Zena el Khalil, a Beirut-based artist and designer of international acclaim, recently presented “Ou Ali Mama3ou Khabar… (And Ali Has No Idea…)”, her new body of work based on the July 2006 Israeli invasion of Lebanon and the present condition of Palestine. This month and a half long exhibition features five large-scale mixed media paintings, together with a thematic series of smaller hand-sown fabric collages. Also, opening the journey to the viewer is a multi-media rotating sculpture.
Zena el Khalil’s choice of materials and subject matter derives directly from her surroundings. Her source of inspiration is the cultural clash in which she lives in; the coexistence and schizophrenia of the melting pot of the Middle East: Beirut. While creating “Ou Ali Mama3ou Khabar…” el Khalil focused on a specific object; a flyer that was dropped by Israeli warplanes during their siege of Lebanon in 2006. Her work is a reaction to that invasion as well as the politics of her geographic region. Somehow, through the use of irony and humor, el Khalil finds that working with this image relieves her from the emotional and physical pain experienced during the invasion. The work becomes a form of catharsis, as if with each piece made, el Khalil ingests the negative and churns it into something very far removed from the actual experience. She makes peace with the place that she lives in by taking ownership of the images and emotions violently imposed on her and her community.
The large-scale works contain fragments of the instability of contemporary Middle East. Through the juxtaposition of materials and images, el Khalil finds herself bringing up political questions to light. There are snippets of an Abu Ghraib victim who was tortured by electrocution, toy Kalashnikovs, young soldiers and macho macho men going off to war. El Khalil revisits these images with her signature use of glitter, beads, boa feathers and pink and gold fabrics.
Born in London, England, el Khalil spent her childhood in Nigeria and then attended high school in England. She then went to Beirut where she attained her undergraduate degree from the American University in Beirut. In 2002 el Khalil received her Masters of Fine Arts from the School of Visual Arts in New York.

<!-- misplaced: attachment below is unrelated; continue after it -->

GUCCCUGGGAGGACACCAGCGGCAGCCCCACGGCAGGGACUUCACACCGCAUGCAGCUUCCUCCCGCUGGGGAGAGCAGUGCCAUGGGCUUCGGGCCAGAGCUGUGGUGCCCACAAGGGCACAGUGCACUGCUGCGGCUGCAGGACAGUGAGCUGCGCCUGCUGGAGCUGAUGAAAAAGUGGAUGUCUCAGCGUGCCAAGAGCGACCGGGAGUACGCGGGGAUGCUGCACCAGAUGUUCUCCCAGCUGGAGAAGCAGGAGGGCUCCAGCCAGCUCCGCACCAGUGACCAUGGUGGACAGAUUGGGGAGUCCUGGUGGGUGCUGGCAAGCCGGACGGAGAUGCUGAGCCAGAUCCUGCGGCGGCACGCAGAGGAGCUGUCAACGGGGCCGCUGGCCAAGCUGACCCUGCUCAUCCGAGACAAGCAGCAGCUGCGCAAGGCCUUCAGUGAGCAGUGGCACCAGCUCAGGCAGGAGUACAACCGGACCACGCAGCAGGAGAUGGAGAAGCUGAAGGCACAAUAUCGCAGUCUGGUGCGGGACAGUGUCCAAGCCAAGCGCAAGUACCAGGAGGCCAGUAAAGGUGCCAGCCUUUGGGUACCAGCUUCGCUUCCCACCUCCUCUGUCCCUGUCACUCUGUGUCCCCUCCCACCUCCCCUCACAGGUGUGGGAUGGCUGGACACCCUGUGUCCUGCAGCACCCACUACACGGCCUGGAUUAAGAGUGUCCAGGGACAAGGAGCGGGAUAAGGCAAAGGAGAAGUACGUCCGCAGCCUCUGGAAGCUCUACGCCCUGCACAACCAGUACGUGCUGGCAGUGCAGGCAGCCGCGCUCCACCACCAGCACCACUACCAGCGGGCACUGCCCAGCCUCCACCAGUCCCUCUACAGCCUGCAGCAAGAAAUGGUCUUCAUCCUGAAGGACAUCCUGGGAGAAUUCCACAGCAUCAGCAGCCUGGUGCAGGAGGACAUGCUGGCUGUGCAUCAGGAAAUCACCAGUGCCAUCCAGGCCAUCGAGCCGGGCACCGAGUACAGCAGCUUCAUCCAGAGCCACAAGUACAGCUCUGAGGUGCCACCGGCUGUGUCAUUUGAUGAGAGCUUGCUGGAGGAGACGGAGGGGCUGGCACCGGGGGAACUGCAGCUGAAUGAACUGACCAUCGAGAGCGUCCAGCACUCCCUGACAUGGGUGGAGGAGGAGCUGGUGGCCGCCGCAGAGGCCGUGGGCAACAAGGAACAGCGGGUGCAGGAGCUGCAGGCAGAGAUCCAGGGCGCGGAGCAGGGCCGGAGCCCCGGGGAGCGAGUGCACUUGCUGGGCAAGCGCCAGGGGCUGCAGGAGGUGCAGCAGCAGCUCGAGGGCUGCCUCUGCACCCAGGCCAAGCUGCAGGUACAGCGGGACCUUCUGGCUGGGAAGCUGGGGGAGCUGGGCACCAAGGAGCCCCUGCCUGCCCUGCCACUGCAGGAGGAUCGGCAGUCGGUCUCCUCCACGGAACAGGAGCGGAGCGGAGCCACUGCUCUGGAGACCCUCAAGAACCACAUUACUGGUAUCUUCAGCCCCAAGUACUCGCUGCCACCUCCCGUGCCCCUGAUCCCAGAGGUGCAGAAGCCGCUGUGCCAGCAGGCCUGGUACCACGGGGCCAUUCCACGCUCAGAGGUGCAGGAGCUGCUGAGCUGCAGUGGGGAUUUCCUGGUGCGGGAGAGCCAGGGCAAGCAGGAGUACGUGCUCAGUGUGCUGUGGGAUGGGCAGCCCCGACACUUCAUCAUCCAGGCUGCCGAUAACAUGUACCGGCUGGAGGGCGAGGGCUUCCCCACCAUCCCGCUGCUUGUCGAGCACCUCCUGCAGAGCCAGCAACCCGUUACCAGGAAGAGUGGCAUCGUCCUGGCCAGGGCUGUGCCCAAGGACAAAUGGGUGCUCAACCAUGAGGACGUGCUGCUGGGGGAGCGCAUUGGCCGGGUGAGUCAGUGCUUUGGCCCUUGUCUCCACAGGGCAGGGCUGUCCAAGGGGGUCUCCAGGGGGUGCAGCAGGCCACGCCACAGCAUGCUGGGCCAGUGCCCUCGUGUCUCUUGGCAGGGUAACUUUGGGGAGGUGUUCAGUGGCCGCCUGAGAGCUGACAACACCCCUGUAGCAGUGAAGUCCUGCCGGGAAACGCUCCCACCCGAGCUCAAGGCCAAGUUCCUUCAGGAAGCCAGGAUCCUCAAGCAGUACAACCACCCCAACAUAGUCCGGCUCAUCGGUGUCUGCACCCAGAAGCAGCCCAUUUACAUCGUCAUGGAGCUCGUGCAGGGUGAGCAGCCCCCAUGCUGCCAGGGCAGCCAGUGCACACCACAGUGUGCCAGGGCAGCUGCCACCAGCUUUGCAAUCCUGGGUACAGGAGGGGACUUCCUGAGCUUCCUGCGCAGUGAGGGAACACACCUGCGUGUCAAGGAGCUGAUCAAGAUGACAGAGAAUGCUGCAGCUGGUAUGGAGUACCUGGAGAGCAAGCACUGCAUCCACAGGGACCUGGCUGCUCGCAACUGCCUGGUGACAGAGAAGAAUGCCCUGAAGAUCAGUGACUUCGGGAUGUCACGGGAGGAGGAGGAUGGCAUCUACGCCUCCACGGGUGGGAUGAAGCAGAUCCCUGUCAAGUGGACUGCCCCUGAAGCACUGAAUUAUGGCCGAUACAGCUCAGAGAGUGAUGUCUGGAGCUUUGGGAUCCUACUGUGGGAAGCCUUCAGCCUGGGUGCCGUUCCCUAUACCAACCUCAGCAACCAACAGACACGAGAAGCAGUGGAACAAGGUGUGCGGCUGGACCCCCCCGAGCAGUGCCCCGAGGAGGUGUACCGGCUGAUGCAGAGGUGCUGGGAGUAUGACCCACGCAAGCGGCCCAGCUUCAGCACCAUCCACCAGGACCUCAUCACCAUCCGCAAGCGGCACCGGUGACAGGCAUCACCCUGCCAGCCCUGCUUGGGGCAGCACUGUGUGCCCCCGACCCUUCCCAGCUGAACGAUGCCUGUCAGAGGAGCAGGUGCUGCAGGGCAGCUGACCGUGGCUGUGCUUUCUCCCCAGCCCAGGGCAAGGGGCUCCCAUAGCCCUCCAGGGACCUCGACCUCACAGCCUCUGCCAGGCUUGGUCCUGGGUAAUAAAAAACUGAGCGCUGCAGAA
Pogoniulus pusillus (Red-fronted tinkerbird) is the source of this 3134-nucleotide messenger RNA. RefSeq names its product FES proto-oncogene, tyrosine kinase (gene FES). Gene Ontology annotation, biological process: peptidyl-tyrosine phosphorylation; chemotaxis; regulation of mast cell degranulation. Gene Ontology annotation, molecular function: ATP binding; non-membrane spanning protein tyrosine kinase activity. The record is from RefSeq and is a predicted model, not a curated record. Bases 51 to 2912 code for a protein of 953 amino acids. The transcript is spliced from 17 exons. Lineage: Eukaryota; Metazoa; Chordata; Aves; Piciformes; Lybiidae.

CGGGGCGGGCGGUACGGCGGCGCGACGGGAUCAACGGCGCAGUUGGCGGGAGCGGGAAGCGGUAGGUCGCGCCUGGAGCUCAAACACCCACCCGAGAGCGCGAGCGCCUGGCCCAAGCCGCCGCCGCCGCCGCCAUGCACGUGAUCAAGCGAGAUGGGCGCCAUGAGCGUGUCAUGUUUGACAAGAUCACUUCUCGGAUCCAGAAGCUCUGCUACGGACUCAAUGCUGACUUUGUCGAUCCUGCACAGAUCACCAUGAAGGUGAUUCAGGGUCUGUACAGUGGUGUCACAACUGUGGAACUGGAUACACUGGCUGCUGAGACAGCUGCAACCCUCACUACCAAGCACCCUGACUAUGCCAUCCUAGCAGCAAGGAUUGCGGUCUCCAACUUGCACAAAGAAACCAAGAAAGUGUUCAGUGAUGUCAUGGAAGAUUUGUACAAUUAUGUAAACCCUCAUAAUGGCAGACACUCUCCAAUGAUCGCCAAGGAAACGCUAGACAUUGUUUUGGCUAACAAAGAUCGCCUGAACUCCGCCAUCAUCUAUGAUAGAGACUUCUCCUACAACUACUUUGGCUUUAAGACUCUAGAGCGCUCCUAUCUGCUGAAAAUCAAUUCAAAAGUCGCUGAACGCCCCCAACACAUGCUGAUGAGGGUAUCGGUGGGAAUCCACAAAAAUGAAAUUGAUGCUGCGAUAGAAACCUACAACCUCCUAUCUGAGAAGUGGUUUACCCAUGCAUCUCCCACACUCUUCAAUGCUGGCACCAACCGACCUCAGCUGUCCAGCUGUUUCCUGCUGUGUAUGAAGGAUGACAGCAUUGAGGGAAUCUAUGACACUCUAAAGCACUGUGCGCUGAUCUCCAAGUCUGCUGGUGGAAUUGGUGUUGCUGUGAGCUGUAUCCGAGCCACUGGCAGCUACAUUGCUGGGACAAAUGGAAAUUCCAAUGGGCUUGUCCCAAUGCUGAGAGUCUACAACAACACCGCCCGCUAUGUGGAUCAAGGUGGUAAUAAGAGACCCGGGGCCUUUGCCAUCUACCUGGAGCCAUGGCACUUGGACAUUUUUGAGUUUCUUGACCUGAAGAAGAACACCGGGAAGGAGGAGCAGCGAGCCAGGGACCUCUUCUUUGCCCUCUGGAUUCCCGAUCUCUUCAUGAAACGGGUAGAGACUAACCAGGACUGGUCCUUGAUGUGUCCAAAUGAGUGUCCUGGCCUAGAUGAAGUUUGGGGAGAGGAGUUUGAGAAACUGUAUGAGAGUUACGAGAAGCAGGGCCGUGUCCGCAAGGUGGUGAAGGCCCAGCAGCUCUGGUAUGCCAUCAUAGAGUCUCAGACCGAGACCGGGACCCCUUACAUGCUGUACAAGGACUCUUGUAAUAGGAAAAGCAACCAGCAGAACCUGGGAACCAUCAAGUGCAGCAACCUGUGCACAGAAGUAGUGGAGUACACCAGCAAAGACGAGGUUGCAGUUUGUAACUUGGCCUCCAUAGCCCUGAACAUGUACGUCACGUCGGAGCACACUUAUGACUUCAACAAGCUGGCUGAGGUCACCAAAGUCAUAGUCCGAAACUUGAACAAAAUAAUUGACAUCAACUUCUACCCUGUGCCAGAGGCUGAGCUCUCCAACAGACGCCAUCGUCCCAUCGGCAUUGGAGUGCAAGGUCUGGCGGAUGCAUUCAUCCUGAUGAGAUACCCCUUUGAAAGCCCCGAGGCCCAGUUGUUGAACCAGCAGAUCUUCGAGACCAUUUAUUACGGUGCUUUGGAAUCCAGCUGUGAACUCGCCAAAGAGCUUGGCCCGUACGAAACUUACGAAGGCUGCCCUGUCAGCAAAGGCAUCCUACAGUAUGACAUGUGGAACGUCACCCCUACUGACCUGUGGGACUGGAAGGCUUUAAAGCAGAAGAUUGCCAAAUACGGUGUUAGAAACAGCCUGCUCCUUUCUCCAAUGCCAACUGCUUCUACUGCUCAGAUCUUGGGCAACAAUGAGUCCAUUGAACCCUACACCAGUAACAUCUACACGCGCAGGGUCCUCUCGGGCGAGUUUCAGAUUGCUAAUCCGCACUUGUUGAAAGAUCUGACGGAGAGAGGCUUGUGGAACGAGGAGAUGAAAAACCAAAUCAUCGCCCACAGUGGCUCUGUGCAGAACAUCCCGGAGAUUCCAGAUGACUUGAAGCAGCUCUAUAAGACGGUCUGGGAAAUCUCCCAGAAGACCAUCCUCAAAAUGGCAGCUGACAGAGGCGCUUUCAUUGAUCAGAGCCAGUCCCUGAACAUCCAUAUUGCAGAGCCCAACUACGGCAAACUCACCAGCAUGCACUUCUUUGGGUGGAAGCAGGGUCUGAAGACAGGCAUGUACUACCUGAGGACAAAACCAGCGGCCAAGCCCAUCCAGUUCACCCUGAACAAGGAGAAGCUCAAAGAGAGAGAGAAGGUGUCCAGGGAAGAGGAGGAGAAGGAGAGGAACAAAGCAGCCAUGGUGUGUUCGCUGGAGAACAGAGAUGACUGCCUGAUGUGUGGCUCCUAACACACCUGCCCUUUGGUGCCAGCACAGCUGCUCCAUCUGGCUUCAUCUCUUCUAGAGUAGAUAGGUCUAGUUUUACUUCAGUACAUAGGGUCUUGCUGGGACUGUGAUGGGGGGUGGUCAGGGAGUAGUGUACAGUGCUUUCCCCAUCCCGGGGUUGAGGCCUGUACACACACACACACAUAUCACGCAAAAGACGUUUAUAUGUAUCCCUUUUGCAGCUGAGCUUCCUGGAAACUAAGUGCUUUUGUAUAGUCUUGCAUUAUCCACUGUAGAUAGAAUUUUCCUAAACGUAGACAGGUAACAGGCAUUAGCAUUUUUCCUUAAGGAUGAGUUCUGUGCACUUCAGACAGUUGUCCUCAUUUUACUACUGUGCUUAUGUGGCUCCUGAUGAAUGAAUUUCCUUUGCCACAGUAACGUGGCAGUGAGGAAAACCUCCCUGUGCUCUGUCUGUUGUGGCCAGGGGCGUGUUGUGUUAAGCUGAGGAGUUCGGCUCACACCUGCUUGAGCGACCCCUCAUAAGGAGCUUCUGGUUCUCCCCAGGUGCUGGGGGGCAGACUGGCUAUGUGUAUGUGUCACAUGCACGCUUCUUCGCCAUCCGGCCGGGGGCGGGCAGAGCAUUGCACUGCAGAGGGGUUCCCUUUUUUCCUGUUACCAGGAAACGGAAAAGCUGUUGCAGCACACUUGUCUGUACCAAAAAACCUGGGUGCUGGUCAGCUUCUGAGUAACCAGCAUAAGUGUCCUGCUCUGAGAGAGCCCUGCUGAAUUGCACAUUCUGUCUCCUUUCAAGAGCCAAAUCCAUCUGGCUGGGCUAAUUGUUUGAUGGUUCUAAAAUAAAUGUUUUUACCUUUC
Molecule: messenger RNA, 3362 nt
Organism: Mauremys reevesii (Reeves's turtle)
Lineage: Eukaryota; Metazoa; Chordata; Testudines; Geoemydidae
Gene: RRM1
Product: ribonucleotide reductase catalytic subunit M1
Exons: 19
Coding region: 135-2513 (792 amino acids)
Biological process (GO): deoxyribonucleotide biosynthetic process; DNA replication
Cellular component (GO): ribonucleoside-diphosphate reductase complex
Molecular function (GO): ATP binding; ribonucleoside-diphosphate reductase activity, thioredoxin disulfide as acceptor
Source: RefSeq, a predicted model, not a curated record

el Khalil works in a variety of formats ranging from painting, installation, performance, mixed media, writing, and collage. Themes that are central to her work include issues of violence as well as gender using materials found throughout Beirut. Photocopied images of militiamen and women, civilians and family members are embellished with everything from plastic flowers, glitter, strings of lights, keffiyehs, plastic toy soldiers, toy AK-47s, arabesques, beads, fabrics, and other objects that best convey the diversity of the city she takes her inspiration from. She has exhibited in the United States, Europe, Africa, Australia and the Middle East. She has had solo exhibitions in London, Munich, Turin and Beirut. el Khalil currently lives and works in Beirut, on occasion her Jack Russell Terrier, Tampopo, has been known to accompany her to the studio.
el Khalil has remained active promoting emerging and under-represented Arab artists through several projects. While in New York, she was a co-founder and curator of Al-Jisser. She also became the co-founder, director and curator of xanadu* (xanaduart.com). Created as an “ungallery art space/collective”, xanadu* began in New York City as a not for profit organization dedicated to promoting emerging and under – represented artists. Currently, xanadu* is based in Beirut with a small extension on New York City.
During the Israeli invasion of Lebanon in 2006, el Khalil immediately began maintaining her blog, beirutupdate.blogspot.com, from her apartment in Beirut. Her blog was a personal account of the siege on Lebanon that lasted for 33 days and its impact on her and the people around her. It quickly received international attention and was highly publicized on news portals such as CNN, the BBC, The Guardian, Der Spiegel Online, The Nation, Counterpunch and Electronic Intifada. Her writing was also included in the anthology “Lebanon, Lebanon” published by Saqi Books. In May 2008, el Khalil was invited by the Nobel Peace Center to participate in a panel discussion on freedom of expression on the internet. The seminar was organized by the Norwegian Board of Technology and The Nobel Peace Center.
In 2008 el Khalil completed her first novel, a memoir entitled “Beirut, I Love You”, now being translated into several languages.